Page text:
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Hayes WC, Myers ER, Morris JN, Gerhart TN, Yett HS, Lipsitz LA. Calcif. Tissue Int. 1993; 52(3): 192-198.


Orthopaedic Biomechanics Laboratory, Charles A. Dana Research Institute, Beth Israel Hospital, Boston, Massachusetts 02215.

Comment In:

Calcif Tissue Int 1994;54(2):175-7


(Copyright © 1993, Holtzbrinck Springer Nature Publishing Group)






Hip fractures among the elderly are a significant and rapidly growing public health problem. The prevailing view is that most hip fractures are the consequence of age-related bone loss or osteoporosis. However, because over 90% of hip fractures are the result of falls, we have undertaken a falls surveillance study to determine if factors related to the mechanics of falling are associated with increased risk of hip fracture. Case subjects with hip fracture and control subjects without hip fracture were sampled from falls recorded at the Hebrew Rehabilitation Center for Aged, a chronic care facility. Fall information was obtained by interview of the subject and witnesses if the fall was witnessed. Data were analyzed by multiple logistic regression. Increased risk of hip fracture from a fall was associated with impacting on the hip or side of the leg and potential energy associated with the fall. Quetelet, or body mass index, was inversely related to fracture risk. The adjusted odds ratio of hip fracture for a fall involving impact on the hip region was 21.7 (95% confidence interval, 8.2-58). The potential energy associated with these falls was an order of magnitude greater than the average energy required to fracture elderly, cadaveric, proximal femurs in earlier in vitro experiments. We conclude, therefore, that a fall from standing height should no longer be considered minimal trauma but rather trauma of sufficient magnitude to pose a high risk of hip fracture if impact occurs on the hip and if energy-absorbing processes are inadequate.(ABSTRACT TRUNCATED AT 250 WORDS)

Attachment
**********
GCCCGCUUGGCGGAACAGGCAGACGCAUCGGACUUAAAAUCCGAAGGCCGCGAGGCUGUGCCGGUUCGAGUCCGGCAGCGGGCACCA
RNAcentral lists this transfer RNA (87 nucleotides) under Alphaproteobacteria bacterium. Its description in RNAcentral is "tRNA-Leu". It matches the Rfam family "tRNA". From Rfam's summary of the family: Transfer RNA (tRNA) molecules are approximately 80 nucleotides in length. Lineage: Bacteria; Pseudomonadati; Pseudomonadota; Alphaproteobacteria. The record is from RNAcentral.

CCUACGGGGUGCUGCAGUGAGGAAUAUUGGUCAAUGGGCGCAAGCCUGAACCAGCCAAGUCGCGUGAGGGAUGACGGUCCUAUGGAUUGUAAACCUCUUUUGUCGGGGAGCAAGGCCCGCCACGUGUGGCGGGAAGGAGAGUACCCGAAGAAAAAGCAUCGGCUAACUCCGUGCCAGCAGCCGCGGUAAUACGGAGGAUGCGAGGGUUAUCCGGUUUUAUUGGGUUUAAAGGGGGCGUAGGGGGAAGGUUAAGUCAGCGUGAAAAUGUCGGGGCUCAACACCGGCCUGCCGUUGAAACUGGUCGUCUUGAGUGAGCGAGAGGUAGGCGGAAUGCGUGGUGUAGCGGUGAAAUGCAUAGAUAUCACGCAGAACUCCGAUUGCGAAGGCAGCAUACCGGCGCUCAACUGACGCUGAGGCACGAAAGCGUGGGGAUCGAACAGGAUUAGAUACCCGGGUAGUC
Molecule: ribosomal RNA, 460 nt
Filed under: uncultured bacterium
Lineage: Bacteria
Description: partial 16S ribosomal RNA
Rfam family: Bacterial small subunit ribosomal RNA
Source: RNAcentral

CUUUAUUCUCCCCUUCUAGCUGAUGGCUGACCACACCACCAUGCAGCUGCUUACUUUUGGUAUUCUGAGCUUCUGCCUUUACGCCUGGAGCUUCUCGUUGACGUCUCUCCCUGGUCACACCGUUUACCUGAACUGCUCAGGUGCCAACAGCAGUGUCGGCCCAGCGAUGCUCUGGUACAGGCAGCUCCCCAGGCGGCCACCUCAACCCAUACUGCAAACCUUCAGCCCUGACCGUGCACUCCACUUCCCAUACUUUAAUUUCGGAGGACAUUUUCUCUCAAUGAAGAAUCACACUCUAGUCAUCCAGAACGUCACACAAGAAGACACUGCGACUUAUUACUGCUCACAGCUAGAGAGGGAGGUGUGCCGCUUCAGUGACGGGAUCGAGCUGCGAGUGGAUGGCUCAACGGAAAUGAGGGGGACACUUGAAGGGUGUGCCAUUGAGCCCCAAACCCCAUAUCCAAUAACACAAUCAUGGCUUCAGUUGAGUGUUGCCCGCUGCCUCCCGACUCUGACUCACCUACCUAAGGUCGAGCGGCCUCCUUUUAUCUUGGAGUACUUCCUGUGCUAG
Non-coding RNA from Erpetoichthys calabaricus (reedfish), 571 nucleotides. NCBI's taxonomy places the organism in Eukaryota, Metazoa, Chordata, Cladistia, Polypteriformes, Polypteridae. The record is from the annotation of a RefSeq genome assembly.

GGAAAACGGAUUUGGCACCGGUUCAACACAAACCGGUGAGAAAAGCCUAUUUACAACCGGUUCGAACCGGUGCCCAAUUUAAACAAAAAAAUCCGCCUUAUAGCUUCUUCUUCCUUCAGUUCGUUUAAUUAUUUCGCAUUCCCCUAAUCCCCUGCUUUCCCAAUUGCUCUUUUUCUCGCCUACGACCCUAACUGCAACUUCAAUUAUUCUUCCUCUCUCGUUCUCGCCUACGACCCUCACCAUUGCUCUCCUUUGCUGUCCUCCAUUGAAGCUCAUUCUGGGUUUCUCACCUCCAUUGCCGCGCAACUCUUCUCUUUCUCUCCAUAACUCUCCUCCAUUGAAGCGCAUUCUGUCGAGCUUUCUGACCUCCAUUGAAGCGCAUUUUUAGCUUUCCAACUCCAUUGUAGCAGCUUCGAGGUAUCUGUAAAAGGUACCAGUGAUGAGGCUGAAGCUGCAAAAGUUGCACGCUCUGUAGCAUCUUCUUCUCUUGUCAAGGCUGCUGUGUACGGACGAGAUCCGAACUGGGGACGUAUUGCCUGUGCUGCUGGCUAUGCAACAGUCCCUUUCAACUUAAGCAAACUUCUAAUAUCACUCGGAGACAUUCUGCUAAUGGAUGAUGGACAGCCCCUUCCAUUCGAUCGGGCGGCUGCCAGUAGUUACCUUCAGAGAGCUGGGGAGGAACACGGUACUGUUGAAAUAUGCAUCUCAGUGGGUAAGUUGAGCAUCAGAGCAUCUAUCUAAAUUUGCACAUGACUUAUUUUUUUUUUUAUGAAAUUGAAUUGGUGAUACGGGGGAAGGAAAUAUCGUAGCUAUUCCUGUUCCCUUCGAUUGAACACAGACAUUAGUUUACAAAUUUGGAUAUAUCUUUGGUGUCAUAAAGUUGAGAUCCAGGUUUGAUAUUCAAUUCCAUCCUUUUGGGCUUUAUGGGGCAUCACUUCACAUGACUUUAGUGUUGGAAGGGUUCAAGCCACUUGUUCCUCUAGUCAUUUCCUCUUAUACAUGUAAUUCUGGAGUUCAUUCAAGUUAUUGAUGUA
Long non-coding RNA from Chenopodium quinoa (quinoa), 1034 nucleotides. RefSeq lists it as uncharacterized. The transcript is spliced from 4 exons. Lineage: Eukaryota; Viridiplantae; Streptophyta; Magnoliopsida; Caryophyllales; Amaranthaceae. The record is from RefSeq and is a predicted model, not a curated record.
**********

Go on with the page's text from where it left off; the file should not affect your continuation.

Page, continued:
Language: en


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